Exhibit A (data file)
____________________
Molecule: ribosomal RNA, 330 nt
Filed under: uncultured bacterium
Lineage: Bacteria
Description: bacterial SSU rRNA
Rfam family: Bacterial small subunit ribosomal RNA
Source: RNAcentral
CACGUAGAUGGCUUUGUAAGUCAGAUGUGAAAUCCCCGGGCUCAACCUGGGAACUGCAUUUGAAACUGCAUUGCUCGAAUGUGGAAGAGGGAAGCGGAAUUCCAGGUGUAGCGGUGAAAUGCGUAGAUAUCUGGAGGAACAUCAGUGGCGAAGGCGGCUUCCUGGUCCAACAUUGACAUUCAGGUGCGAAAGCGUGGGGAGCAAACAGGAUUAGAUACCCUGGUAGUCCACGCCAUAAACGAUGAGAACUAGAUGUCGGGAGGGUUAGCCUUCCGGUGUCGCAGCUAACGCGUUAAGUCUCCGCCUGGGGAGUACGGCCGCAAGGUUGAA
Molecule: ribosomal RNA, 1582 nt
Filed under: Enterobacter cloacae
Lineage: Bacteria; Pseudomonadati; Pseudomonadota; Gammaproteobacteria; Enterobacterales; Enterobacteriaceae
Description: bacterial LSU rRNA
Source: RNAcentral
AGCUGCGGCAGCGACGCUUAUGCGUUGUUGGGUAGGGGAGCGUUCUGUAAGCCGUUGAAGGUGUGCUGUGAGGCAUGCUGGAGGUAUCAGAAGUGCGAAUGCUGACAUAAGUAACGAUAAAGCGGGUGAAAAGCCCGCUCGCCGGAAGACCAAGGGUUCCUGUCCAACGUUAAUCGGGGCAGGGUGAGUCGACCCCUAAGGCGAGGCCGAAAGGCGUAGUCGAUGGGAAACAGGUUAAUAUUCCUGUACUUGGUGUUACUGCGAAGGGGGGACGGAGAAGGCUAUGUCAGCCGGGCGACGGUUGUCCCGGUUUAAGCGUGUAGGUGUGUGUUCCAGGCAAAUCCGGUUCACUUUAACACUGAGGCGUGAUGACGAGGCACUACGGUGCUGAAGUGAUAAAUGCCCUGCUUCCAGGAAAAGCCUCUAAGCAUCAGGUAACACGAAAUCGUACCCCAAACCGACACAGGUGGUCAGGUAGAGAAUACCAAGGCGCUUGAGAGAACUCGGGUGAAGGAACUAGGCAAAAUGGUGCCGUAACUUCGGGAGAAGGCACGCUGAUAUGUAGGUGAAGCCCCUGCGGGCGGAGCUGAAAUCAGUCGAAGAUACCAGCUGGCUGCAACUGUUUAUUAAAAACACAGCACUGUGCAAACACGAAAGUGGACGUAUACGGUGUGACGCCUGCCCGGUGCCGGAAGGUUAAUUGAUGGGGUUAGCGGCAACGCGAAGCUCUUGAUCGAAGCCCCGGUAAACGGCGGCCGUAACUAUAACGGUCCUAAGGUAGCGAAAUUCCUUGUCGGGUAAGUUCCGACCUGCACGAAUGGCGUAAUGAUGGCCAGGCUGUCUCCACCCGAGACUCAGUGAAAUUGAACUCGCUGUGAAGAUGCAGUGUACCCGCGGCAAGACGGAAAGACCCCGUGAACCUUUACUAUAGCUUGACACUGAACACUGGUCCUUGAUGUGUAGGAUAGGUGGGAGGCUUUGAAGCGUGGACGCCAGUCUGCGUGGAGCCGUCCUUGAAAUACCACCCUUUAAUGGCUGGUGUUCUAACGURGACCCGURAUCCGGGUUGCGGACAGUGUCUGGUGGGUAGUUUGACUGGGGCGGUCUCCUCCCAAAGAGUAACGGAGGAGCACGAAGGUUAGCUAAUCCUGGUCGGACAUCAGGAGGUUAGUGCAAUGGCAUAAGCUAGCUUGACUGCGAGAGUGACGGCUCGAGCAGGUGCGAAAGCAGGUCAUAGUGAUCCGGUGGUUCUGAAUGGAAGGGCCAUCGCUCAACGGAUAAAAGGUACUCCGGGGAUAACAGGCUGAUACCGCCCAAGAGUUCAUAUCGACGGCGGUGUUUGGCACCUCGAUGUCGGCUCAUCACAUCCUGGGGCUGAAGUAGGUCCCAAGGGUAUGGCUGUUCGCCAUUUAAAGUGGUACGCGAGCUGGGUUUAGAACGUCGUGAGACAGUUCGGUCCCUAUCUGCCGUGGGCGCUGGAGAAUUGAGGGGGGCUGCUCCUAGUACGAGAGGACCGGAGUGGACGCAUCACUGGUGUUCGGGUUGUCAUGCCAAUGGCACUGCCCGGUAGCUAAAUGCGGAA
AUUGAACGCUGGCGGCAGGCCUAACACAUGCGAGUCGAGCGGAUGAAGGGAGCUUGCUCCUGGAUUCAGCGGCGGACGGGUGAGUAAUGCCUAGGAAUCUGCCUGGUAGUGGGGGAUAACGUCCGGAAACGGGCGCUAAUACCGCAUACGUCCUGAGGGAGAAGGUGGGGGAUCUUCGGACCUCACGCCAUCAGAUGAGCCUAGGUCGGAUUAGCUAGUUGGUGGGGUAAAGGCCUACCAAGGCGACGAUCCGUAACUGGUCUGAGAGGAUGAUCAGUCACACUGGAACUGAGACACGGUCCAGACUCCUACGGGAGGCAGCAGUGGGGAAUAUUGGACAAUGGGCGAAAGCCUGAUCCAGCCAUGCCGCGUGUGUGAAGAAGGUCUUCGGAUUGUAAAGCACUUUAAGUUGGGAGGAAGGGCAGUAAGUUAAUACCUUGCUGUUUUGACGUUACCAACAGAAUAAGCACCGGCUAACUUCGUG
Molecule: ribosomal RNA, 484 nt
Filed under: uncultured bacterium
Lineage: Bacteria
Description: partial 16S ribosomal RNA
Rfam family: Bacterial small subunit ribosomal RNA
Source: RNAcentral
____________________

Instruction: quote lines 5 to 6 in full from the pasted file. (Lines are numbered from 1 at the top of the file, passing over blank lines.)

Rfam family: Bacterial small subunit ribosomal RNA
Source: RNAcentral